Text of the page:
‘Christmas Carol’ offers story of redemption

Musical retelling of Charles Dickens’ holiday classic opens next week

Rebecca Neipp

News Review Staff Writer

‘Christmas Carol’ offers story of redemptionI have seen a future

Full of darkness,

All the darkness of my heart!

At my door

A world in need of kindness.

From man’s kindness, I departed!

All the hours of my days

And years I’ve wasted!

All the joy and love

I never tasted!

All the errors of the past

Replaced with

Something strange…

Give me time to change!

I can see a future full of beauty,

And my spirit starts to fly!

I can change the world,

Yes, it’s my duty!

God forgive me!

Let me try!

I’ll spend my fortune

On the ones who need me,

Go where kindness

And my conscience lead me,

Give my heart and soul to all!

God speed me on my way,

And to God I pray,

Let the Christmas spirit

Live within me,

Yesterday, tomorrow, and today!

— “A Christmas Carol: The Musical,” lyrics by Lynn Ahrens

Nearly 100 members in the cast, crew and orchestra of “A Christmas Carol” will present opening night of the musical adaptation of Charles Dickens’ classic holiday tale on Thursday, Oct. 12, at 7 p.m. on the Parker Performing Arts Center stage at Burroughs High School.

The familiar story of Ebenezer Scrooge will be told with the help of colorful characters who dance and sing their way through ensemble numbers that run a gamut of emotions — from ghoulish to celebratory to heartbreaking.

And as with all Ridgecrest Musical Enrichment Society productions, 100 percent of the profit will be donated back to local education programs that promote performing arts. Director Kevin Anderson said that RMES’ fund-raising goal for the show is $20,000 — which would put the organization above $150,000 for its cumulative contributions.

However, Anderson said that although supporting exposure to creative outlets for our children is always at the heart of the RMES mission, everyone involved is committed to presenting a high-quality performance for the community.

“There is literally no break in the action — which I hope will keep the audience enthralled,” said Anderson.

“I knew when I read the lyrics for this musical, it resonated very powerfully with me as a message that is still very relevant in our modern times.

“A lot of people know by now that we had initially hoped to stage the play during the Christmas season. But as I watch this story unfold each night at rehearsal and think about the troubling times we are living through, I realize the theme of redemption is critical for people in search of hope.”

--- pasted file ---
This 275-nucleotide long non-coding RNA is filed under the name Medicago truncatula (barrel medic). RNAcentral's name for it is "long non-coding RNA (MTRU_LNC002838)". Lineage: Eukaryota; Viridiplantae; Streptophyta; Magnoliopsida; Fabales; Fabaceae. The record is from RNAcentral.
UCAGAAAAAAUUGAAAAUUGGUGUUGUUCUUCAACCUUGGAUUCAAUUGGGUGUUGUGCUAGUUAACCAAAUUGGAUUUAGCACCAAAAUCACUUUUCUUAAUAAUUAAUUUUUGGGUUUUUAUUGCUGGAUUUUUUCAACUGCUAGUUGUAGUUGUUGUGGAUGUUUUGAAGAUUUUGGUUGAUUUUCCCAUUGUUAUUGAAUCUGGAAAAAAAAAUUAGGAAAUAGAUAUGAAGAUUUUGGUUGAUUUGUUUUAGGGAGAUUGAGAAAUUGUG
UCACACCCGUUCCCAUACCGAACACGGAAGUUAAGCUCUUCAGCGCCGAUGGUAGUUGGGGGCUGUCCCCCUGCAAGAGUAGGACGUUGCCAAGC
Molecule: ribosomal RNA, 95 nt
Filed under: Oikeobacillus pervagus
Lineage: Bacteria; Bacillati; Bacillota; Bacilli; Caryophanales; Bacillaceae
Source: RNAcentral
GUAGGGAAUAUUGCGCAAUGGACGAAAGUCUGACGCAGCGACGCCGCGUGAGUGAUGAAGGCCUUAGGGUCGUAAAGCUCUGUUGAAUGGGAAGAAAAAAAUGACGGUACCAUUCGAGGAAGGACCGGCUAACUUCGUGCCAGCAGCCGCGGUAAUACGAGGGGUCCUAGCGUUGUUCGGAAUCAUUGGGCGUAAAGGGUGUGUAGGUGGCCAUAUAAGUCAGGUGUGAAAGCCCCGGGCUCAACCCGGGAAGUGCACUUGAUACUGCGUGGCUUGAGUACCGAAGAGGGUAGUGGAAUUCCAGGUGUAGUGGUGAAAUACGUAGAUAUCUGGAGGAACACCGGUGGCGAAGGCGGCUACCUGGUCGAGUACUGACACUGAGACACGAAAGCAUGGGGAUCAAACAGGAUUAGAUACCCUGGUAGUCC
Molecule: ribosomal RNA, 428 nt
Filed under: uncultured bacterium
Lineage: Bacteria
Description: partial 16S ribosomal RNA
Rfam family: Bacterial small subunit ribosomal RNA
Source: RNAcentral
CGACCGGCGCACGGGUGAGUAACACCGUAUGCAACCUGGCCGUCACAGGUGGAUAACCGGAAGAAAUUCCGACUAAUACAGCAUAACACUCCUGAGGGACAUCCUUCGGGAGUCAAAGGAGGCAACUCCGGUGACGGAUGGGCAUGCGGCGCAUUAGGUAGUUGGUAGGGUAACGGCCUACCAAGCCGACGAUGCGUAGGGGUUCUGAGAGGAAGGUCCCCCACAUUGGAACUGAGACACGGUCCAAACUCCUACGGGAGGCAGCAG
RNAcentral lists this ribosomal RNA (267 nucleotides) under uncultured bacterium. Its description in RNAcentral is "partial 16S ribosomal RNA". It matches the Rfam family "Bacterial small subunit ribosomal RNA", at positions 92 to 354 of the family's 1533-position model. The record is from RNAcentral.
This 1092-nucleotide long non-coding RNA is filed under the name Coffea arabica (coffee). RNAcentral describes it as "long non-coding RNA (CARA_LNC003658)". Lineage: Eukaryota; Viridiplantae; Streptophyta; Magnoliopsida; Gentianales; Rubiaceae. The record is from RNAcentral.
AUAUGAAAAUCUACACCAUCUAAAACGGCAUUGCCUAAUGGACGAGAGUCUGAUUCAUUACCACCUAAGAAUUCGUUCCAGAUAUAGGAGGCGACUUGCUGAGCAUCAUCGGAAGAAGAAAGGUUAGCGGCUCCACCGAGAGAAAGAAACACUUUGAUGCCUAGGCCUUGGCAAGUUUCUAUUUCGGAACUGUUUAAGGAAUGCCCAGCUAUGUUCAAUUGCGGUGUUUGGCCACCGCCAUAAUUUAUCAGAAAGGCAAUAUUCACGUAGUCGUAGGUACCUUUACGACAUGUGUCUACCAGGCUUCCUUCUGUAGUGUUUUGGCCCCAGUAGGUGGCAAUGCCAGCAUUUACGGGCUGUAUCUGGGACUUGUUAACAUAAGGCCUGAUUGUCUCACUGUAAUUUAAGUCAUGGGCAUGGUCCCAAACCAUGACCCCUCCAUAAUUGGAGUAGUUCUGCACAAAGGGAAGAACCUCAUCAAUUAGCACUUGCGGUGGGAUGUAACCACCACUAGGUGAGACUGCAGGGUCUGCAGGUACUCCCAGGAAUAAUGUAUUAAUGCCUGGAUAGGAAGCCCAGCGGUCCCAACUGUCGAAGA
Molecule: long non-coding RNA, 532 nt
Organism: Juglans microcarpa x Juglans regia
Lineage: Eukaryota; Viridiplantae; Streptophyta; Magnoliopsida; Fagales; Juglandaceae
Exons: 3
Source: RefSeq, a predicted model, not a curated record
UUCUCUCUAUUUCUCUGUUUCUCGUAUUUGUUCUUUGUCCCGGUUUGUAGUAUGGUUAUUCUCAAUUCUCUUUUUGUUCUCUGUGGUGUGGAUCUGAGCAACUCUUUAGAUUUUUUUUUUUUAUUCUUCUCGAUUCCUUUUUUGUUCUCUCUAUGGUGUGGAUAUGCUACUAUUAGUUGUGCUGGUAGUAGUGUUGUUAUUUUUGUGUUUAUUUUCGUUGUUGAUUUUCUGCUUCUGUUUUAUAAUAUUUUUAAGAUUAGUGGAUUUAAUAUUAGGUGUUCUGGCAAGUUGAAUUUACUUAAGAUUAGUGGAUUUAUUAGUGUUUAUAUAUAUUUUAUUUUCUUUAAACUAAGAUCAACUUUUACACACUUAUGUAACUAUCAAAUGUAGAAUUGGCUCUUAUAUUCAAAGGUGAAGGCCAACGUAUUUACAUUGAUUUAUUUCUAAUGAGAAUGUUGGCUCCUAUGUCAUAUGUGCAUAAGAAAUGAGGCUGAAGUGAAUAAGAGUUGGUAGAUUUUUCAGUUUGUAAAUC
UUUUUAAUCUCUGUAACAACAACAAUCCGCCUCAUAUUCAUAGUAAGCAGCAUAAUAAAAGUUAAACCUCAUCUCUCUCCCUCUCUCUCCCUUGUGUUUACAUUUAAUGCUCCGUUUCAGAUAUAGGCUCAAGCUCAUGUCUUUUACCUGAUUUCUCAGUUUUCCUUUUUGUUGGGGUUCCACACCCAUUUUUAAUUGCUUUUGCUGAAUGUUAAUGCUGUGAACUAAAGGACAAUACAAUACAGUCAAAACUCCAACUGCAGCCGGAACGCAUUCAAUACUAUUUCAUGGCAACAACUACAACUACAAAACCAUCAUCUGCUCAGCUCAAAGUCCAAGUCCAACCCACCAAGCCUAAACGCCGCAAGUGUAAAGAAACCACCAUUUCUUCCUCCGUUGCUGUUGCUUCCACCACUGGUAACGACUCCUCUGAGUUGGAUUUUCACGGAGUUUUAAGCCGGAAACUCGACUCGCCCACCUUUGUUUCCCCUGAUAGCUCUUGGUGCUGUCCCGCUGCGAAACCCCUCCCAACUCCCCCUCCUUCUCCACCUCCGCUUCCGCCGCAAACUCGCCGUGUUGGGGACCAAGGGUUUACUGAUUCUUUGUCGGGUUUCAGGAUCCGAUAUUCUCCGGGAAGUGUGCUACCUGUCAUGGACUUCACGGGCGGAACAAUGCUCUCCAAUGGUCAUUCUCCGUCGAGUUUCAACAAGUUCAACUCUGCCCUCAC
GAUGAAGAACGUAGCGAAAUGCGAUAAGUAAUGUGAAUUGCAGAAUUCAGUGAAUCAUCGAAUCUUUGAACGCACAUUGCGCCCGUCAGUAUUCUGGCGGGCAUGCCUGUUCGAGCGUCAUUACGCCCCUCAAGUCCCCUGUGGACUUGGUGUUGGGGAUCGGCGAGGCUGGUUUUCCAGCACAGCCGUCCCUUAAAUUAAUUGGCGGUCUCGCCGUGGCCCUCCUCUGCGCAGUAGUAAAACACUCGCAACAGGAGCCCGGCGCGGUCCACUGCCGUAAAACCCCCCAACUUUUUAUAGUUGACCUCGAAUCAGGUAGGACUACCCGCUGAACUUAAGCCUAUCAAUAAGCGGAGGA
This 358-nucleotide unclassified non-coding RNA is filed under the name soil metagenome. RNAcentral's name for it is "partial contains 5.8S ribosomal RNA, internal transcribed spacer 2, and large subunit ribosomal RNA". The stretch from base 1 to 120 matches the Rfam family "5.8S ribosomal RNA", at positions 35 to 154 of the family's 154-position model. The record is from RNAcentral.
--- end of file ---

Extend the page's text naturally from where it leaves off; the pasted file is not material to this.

“Most of us know the story of Scrooge,” said Bill Farris, who will perform the lead role.

“It is a timely and excellent reminder that hate, cruelty and evil — no matter the origin — are overcome only by the personal act of choosing love, kindness and good.”

Anderson said that he believes the story is a reminder not only that it’s never too late to find redemption, but also that even in the face of evil, goodness can be found.

“There is a scene early on in our story, where the ‘Charity Wives’ approach Scrooge and ask him what he can contribute to the needy. Of course we know what his initial response is — he doesn’t think he should be bothered with the troubles of those less fortunate than him.

“What I see in our community is exactly the opposite, and I see examples of that every day almost anywhere I look,” said Anderson.

“The people involved in this production are even an example. Whenever we have knocked on a door — whether we are looking for sponsors or musicians or an audience — people have opened their doors to us and offered whatever they have to give because they know it will help their neighbors.”

Performances are Thursday-Saturday, Oct. 12-14 and Friday-Sunday, Oct. 20-22. Doors open at 6:30 and performances begin at 7 p.m.

The Sunday performance is at 6 p.m. with doors opening at 5:30 p.m.

Tickets are $10 for members, $12 reduced and $15 for general admission and are available at Red Rock Books and at the door.

Pictured: A chorus of restless spirits, led by Phillip Randolph as Jacob Marley (in pinstripes) taunt Ebenezer Scrooge (portrayed by Bill Farris, front and center) during “Link by Link.” -- Photo by Laura Austin

Story First Published: 2017-10-06